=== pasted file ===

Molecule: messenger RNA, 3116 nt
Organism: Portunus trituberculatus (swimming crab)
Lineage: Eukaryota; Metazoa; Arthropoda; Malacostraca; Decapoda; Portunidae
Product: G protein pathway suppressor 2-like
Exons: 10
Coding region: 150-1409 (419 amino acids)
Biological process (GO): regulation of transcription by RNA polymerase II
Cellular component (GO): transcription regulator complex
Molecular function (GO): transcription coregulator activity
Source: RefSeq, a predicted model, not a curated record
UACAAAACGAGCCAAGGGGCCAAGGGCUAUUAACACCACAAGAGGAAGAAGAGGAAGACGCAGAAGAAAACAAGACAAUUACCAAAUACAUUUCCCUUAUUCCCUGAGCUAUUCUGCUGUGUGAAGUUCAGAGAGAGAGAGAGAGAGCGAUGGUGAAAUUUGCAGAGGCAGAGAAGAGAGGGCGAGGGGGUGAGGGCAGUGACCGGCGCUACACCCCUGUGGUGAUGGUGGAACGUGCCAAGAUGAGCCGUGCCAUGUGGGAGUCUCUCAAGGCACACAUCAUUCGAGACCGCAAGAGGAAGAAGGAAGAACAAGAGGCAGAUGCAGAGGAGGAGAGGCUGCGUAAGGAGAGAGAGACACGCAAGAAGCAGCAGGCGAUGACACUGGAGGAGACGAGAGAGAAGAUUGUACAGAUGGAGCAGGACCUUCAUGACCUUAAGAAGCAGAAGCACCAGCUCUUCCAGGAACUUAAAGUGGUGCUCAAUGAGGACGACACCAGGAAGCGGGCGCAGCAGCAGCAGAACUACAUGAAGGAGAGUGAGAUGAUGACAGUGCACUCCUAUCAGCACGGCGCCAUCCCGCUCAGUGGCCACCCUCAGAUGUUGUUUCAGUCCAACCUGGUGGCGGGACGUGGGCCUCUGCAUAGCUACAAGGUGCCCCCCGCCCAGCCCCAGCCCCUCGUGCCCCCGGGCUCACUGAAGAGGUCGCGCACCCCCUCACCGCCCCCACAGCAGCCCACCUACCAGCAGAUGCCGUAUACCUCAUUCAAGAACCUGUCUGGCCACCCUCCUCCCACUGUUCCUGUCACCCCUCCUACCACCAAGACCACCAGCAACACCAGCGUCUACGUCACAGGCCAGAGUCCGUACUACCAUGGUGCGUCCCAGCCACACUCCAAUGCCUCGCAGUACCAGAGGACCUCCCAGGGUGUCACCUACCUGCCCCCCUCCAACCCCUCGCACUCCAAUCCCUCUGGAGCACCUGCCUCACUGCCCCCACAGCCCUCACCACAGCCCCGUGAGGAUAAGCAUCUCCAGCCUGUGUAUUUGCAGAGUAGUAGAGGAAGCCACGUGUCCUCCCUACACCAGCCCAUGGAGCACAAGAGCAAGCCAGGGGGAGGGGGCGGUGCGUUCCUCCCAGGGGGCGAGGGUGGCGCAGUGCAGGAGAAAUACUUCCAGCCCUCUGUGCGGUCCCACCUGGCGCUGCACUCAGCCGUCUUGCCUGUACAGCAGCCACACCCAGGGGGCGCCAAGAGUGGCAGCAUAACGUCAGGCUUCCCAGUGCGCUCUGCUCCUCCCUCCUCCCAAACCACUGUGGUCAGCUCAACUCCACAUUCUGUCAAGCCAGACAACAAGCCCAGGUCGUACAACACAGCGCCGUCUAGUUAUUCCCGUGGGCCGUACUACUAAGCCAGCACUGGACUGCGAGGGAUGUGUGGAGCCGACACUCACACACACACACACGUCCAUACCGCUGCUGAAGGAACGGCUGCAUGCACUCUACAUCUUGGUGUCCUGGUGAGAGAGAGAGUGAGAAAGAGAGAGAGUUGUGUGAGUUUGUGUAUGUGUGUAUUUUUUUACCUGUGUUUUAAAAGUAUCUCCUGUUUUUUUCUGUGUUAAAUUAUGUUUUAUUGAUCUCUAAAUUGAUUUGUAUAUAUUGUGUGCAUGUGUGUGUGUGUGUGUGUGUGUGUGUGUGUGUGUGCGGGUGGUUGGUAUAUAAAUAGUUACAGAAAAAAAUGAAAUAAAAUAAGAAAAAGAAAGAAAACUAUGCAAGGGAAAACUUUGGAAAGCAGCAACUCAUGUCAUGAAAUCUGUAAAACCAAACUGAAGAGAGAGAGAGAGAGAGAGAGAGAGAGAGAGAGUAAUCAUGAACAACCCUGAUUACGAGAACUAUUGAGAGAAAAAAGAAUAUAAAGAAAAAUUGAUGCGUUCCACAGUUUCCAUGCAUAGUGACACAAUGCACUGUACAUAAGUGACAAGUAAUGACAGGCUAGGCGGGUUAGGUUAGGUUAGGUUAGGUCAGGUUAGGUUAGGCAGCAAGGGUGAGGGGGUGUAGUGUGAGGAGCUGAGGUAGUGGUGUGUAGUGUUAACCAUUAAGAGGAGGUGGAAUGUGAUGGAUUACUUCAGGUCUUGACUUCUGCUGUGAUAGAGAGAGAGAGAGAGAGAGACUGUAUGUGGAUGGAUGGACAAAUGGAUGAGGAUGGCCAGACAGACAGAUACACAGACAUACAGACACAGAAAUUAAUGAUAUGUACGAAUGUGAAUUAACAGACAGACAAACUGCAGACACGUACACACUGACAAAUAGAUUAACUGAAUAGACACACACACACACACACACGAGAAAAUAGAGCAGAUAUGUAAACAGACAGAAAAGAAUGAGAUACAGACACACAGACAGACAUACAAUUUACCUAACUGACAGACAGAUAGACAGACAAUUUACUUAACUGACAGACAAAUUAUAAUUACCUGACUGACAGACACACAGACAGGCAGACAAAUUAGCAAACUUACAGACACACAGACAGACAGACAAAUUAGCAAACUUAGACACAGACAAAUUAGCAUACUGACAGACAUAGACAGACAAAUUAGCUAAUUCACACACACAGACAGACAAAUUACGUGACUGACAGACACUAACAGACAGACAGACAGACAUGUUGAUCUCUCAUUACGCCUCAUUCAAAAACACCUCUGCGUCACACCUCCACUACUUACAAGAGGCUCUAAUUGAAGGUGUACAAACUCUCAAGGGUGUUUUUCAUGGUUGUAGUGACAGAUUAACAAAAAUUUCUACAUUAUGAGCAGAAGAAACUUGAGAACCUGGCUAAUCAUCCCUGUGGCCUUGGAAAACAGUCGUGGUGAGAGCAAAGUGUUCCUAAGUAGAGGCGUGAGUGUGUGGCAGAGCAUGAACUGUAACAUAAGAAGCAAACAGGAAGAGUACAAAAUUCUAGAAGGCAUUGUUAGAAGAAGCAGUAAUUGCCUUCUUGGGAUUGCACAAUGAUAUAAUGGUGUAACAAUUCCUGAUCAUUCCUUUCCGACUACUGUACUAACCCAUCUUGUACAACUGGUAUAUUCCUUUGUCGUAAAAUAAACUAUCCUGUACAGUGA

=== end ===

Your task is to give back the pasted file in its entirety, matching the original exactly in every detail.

Molecule: messenger RNA, 3116 nt
Organism: Portunus trituberculatus (swimming crab)
Lineage: Eukaryota; Metazoa; Arthropoda; Malacostraca; Decapoda; Portunidae
Product: G protein pathway suppressor 2-like
Exons: 10
Coding region: 150-1409 (419 amino acids)
Biological process (GO): regulation of transcription by RNA polymerase II
Cellular component (GO): transcription regulator complex
Molecular function (GO): transcription coregulator activity
Source: RefSeq, a predicted model, not a curated record
UACAAAACGAGCCAAGGGGCCAAGGGCUAUUAACACCACAAGAGGAAGAAGAGGAAGACGCAGAAGAAAACAAGACAAUUACCAAAUACAUUUCCCUUAUUCCCUGAGCUAUUCUGCUGUGUGAAGUUCAGAGAGAGAGAGAGAGAGCGAUGGUGAAAUUUGCAGAGGCAGAGAAGAGAGGGCGAGGGGGUGAGGGCAGUGACCGGCGCUACACCCCUGUGGUGAUGGUGGAACGUGCCAAGAUGAGCCGUGCCAUGUGGGAGUCUCUCAAGGCACACAUCAUUCGAGACCGCAAGAGGAAGAAGGAAGAACAAGAGGCAGAUGCAGAGGAGGAGAGGCUGCGUAAGGAGAGAGAGACACGCAAGAAGCAGCAGGCGAUGACACUGGAGGAGACGAGAGAGAAGAUUGUACAGAUGGAGCAGGACCUUCAUGACCUUAAGAAGCAGAAGCACCAGCUCUUCCAGGAACUUAAAGUGGUGCUCAAUGAGGACGACACCAGGAAGCGGGCGCAGCAGCAGCAGAACUACAUGAAGGAGAGUGAGAUGAUGACAGUGCACUCCUAUCAGCACGGCGCCAUCCCGCUCAGUGGCCACCCUCAGAUGUUGUUUCAGUCCAACCUGGUGGCGGGACGUGGGCCUCUGCAUAGCUACAAGGUGCCCCCCGCCCAGCCCCAGCCCCUCGUGCCCCCGGGCUCACUGAAGAGGUCGCGCACCCCCUCACCGCCCCCACAGCAGCCCACCUACCAGCAGAUGCCGUAUACCUCAUUCAAGAACCUGUCUGGCCACCCUCCUCCCACUGUUCCUGUCACCCCUCCUACCACCAAGACCACCAGCAACACCAGCGUCUACGUCACAGGCCAGAGUCCGUACUACCAUGGUGCGUCCCAGCCACACUCCAAUGCCUCGCAGUACCAGAGGACCUCCCAGGGUGUCACCUACCUGCCCCCCUCCAACCCCUCGCACUCCAAUCCCUCUGGAGCACCUGCCUCACUGCCCCCACAGCCCUCACCACAGCCCCGUGAGGAUAAGCAUCUCCAGCCUGUGUAUUUGCAGAGUAGUAGAGGAAGCCACGUGUCCUCCCUACACCAGCCCAUGGAGCACAAGAGCAAGCCAGGGGGAGGGGGCGGUGCGUUCCUCCCAGGGGGCGAGGGUGGCGCAGUGCAGGAGAAAUACUUCCAGCCCUCUGUGCGGUCCCACCUGGCGCUGCACUCAGCCGUCUUGCCUGUACAGCAGCCACACCCAGGGGGCGCCAAGAGUGGCAGCAUAACGUCAGGCUUCCCAGUGCGCUCUGCUCCUCCCUCCUCCCAAACCACUGUGGUCAGCUCAACUCCACAUUCUGUCAAGCCAGACAACAAGCCCAGGUCGUACAACACAGCGCCGUCUAGUUAUUCCCGUGGGCCGUACUACUAAGCCAGCACUGGACUGCGAGGGAUGUGUGGAGCCGACACUCACACACACACACACGUCCAUACCGCUGCUGAAGGAACGGCUGCAUGCACUCUACAUCUUGGUGUCCUGGUGAGAGAGAGAGUGAGAAAGAGAGAGAGUUGUGUGAGUUUGUGUAUGUGUGUAUUUUUUUACCUGUGUUUUAAAAGUAUCUCCUGUUUUUUUCUGUGUUAAAUUAUGUUUUAUUGAUCUCUAAAUUGAUUUGUAUAUAUUGUGUGCAUGUGUGUGUGUGUGUGUGUGUGUGUGUGUGUGUGUGCGGGUGGUUGGUAUAUAAAUAGUUACAGAAAAAAAUGAAAUAAAAUAAGAAAAAGAAAGAAAACUAUGCAAGGGAAAACUUUGGAAAGCAGCAACUCAUGUCAUGAAAUCUGUAAAACCAAACUGAAGAGAGAGAGAGAGAGAGAGAGAGAGAGAGAGAGUAAUCAUGAACAACCCUGAUUACGAGAACUAUUGAGAGAAAAAAGAAUAUAAAGAAAAAUUGAUGCGUUCCACAGUUUCCAUGCAUAGUGACACAAUGCACUGUACAUAAGUGACAAGUAAUGACAGGCUAGGCGGGUUAGGUUAGGUUAGGUUAGGUCAGGUUAGGUUAGGCAGCAAGGGUGAGGGGGUGUAGUGUGAGGAGCUGAGGUAGUGGUGUGUAGUGUUAACCAUUAAGAGGAGGUGGAAUGUGAUGGAUUACUUCAGGUCUUGACUUCUGCUGUGAUAGAGAGAGAGAGAGAGAGAGACUGUAUGUGGAUGGAUGGACAAAUGGAUGAGGAUGGCCAGACAGACAGAUACACAGACAUACAGACACAGAAAUUAAUGAUAUGUACGAAUGUGAAUUAACAGACAGACAAACUGCAGACACGUACACACUGACAAAUAGAUUAACUGAAUAGACACACACACACACACACACGAGAAAAUAGAGCAGAUAUGUAAACAGACAGAAAAGAAUGAGAUACAGACACACAGACAGACAUACAAUUUACCUAACUGACAGACAGAUAGACAGACAAUUUACUUAACUGACAGACAAAUUAUAAUUACCUGACUGACAGACACACAGACAGGCAGACAAAUUAGCAAACUUACAGACACACAGACAGACAGACAAAUUAGCAAACUUAGACACAGACAAAUUAGCAUACUGACAGACAUAGACAGACAAAUUAGCUAAUUCACACACACAGACAGACAAAUUACGUGACUGACAGACACUAACAGACAGACAGACAGACAUGUUGAUCUCUCAUUACGCCUCAUUCAAAAACACCUCUGCGUCACACCUCCACUACUUACAAGAGGCUCUAAUUGAAGGUGUACAAACUCUCAAGGGUGUUUUUCAUGGUUGUAGUGACAGAUUAACAAAAAUUUCUACAUUAUGAGCAGAAGAAACUUGAGAACCUGGCUAAUCAUCCCUGUGGCCUUGGAAAACAGUCGUGGUGAGAGCAAAGUGUUCCUAAGUAGAGGCGUGAGUGUGUGGCAGAGCAUGAACUGUAACAUAAGAAGCAAACAGGAAGAGUACAAAAUUCUAGAAGGCAUUGUUAGAAGAAGCAGUAAUUGCCUUCUUGGGAUUGCACAAUGAUAUAAUGGUGUAACAAUUCCUGAUCAUUCCUUUCCGACUACUGUACUAACCCAUCUUGUACAACUGGUAUAUUCCUUUGUCGUAAAAUAAACUAUCCUGUACAGUGA